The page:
Delaying First Time Mothers- Trends in the US

According to Key findings from NCHS and the Center for Disease control (CDC), the average age of first-time mothers increased 3.6 years from 1970 to 2006, from 21.4 to 25.0 years. Increases in average age at first birth were more pronounced in the 1970s and 1980s.

Why does age  matter? The CDC says that age at first birth influences the total number of births that a woman might have in her life, which impacts the size, composition, and future growth of the population. And, of course, the age of the mother plays a factor in a wide range of birth outcomes (e.g., birthweight, multiple births, and birth defects).
From 1970 to 2006 the proportion of first births to women aged 35 years and over increased nearly eight times. In 2006, about 1 out of 12 first births were to women aged 35 years and over compared with 1 out of 100 in 1970.
In 2005,  the New England Journal of Medicine, published and article stating that  the number of first births per 1,000 women 35 to 39 years of age increased by 36 percent between 1991 and 2001, and the rate among women 40 to 44 years of age increased by a remarkable 70 percent. Additionally, in 2002, 263 births were reported in women between 50 and 54 years of age.

According to NCHS, several factors may account for the delay in childbearing, most importantly educational opportunities and career choices for women. From 1970 to 2000 the number of women completing college has nearly doubled and the number in the labor force has gone up by almost 40 percent. Changes in contraception use, economic cycles, social support, and marriage patterns should also be considered. .

I’m middle aged…can I have a baby?

Thinking about have a baby even though you are over 40?

They say that more women than ever over the age of 40 are having babies – more than 103,000 in 2004 – twice as many as in 1990, according to the U.S. Centers for Disease Control and Prevention.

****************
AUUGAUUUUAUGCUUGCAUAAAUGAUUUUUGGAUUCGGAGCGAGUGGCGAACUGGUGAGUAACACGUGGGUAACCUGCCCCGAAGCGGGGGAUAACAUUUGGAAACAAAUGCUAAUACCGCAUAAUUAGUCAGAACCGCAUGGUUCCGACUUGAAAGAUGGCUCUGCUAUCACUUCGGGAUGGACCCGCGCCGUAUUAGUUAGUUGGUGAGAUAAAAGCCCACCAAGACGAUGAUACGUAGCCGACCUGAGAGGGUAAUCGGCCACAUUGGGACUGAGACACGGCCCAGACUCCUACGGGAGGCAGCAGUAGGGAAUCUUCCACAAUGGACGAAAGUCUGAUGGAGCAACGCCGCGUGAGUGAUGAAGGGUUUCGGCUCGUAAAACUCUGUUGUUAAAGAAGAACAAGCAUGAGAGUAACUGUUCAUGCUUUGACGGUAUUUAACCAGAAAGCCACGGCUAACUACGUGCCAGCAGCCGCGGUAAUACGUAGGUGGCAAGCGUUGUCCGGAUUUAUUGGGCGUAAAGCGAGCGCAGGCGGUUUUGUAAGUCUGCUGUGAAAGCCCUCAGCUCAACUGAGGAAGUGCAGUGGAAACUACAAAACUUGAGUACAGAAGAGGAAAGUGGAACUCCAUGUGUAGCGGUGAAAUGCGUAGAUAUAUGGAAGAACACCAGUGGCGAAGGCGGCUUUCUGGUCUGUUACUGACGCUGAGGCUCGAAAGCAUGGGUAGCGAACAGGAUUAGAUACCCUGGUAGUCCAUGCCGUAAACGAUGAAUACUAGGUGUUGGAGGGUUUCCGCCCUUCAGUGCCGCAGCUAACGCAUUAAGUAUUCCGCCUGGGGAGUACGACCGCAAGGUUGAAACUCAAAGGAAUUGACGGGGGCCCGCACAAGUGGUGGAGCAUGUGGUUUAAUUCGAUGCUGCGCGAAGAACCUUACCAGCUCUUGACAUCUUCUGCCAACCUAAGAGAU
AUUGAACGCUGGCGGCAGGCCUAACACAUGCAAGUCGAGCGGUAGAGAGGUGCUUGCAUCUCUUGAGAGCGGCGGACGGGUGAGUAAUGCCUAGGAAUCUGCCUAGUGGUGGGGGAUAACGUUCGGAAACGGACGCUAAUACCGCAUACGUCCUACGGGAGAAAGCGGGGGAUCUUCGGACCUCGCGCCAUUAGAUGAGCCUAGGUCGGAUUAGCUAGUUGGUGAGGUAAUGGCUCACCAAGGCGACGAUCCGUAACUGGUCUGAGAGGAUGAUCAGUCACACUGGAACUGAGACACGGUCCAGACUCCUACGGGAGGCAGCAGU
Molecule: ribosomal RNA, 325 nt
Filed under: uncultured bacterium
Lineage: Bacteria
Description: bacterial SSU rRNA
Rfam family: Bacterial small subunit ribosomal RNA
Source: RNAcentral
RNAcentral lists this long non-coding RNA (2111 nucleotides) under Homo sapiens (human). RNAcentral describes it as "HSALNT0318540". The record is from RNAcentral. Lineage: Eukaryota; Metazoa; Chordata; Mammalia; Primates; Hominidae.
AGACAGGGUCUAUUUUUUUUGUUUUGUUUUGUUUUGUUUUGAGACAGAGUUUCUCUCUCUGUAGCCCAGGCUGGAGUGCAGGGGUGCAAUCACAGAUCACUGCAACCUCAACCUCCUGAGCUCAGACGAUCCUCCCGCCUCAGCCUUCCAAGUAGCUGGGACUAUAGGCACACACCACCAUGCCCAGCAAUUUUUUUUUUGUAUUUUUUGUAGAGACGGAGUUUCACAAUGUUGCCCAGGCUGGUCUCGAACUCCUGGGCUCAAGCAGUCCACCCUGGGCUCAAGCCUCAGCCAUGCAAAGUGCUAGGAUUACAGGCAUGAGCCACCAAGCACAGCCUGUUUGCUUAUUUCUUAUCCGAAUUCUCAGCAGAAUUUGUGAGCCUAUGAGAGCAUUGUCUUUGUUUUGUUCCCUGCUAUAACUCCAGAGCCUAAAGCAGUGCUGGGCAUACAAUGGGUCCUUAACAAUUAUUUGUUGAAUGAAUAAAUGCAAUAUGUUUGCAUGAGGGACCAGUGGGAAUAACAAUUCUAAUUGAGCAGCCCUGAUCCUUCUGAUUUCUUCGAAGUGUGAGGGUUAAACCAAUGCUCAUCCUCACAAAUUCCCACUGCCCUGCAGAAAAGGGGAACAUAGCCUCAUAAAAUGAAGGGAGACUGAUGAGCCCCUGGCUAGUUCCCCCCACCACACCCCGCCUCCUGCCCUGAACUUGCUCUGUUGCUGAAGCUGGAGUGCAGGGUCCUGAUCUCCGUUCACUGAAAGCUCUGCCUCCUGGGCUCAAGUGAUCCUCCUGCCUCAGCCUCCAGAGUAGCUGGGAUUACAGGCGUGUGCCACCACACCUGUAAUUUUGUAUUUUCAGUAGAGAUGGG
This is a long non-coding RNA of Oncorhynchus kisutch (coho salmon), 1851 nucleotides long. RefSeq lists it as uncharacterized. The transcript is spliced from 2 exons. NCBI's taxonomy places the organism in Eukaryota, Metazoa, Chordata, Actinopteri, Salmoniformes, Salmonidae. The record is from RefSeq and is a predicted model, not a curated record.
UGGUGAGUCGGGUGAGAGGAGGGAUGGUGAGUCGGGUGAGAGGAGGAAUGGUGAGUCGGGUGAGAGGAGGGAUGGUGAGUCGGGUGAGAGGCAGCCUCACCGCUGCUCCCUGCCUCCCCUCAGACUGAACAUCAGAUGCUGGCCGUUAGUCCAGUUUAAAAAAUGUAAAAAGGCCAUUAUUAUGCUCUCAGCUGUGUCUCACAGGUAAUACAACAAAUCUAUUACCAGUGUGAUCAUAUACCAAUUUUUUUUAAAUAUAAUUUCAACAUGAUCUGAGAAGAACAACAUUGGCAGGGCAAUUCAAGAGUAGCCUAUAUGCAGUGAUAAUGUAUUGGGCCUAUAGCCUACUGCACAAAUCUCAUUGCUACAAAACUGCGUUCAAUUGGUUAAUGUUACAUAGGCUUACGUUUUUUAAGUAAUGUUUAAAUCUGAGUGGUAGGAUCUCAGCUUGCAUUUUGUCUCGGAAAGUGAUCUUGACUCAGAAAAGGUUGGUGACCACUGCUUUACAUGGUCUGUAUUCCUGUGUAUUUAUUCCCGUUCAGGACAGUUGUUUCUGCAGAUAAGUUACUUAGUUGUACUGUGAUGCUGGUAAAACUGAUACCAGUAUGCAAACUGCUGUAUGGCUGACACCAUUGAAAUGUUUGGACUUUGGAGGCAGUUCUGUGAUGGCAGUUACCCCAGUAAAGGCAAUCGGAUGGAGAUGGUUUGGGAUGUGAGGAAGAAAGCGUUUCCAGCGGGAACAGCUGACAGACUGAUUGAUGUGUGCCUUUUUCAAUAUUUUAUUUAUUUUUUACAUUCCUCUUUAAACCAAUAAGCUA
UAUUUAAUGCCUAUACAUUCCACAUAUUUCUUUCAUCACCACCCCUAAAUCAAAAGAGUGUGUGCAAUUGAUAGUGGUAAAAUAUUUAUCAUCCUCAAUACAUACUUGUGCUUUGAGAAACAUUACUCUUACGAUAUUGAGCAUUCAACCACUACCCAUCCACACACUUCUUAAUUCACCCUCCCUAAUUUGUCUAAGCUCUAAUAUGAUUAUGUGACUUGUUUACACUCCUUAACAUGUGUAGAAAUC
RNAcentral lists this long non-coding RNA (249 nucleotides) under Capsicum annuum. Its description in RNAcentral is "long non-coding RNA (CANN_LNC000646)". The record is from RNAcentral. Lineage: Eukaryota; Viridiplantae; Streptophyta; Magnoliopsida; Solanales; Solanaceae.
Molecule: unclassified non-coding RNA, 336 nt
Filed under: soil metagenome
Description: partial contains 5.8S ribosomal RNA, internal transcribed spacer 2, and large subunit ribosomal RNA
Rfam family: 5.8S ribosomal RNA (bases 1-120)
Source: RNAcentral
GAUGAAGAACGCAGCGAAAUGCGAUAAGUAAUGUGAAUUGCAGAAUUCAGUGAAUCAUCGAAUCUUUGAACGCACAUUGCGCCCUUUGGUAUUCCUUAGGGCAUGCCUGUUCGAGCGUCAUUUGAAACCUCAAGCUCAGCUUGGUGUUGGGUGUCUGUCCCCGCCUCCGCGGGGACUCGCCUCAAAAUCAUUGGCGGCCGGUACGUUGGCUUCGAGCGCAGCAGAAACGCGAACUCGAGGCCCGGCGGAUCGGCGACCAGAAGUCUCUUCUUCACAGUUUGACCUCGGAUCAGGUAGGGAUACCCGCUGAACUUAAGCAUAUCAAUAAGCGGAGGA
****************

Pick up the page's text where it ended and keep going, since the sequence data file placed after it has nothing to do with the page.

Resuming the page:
How does age affect a woman’s ability to have children?

About 20% of women in the United States now have their first child after age 35.  About one-third of couples in which the woman is older than 35 years have fertility problems. Of course  modern medicine can help.

The CDC gives us this advice.

Aging decreases a woman’s chances of having a baby in the following ways—

  • Her ovaries become less able to release eggs
  • She has a smaller number of eggs left
  • Her eggs are not as healthy
  • She is more likely to have health conditions that can cause fertility problems
  • She is more likely to have a miscarriage

How long should women try to get pregnant before calling their doctors?
Most experts suggest at least one year. Women aged 35 years or older should see their doctors after six months of trying. A woman’s chances of having a baby decrease rapidly every year after the age of 30.

Some health problems also increase the risk of infertility. So, women should talk to their doctors if they have—

  • Irregular periods or no menstrual periods
  • Very painful periods
  • Endometriosis
  • Pelvic inflammatory disease
  • More than one miscarriage

Naturally, it’s a good idea for any woman to talk to a doctor before trying to get pregnant.  They can help with preventative advice and more.

Did you know that for a woman  fertility peaks between the ages of 22 to 26?
It also often declines after 30: a typical 30 year old woman has 12% of the ovarian reserve she was born with, and has only 3% at age 40 .

Of women trying to get pregnant, without using fertility drugs or in vitro fertilization:

  • At age 30, 75% will get pregnant within one year, and 91% within four years.
  • At age 35, 66% will get pregnant within one year, and 84% within four years.
  • At age 40, 44% will get pregnant within one year, and 64% within four years.[13]

For the guys, sperm count declines with age. Men aged 50–80 years producing sperm at an average rate of 75% compared with men aged 20–50 years. An even larger difference is seen in how many of the seminiferous tubules in the testes contain mature sperm;

  • In males 20–39 years old, 90% of the seminiferous tubules contain mature sperm.
  • In males 40–69 years old, 50% of the seminiferous tubules contain mature sperm.
  • In males 80 years old and older, 10% of the seminiferous tubules contain mature sperm.[18]

Posts Comments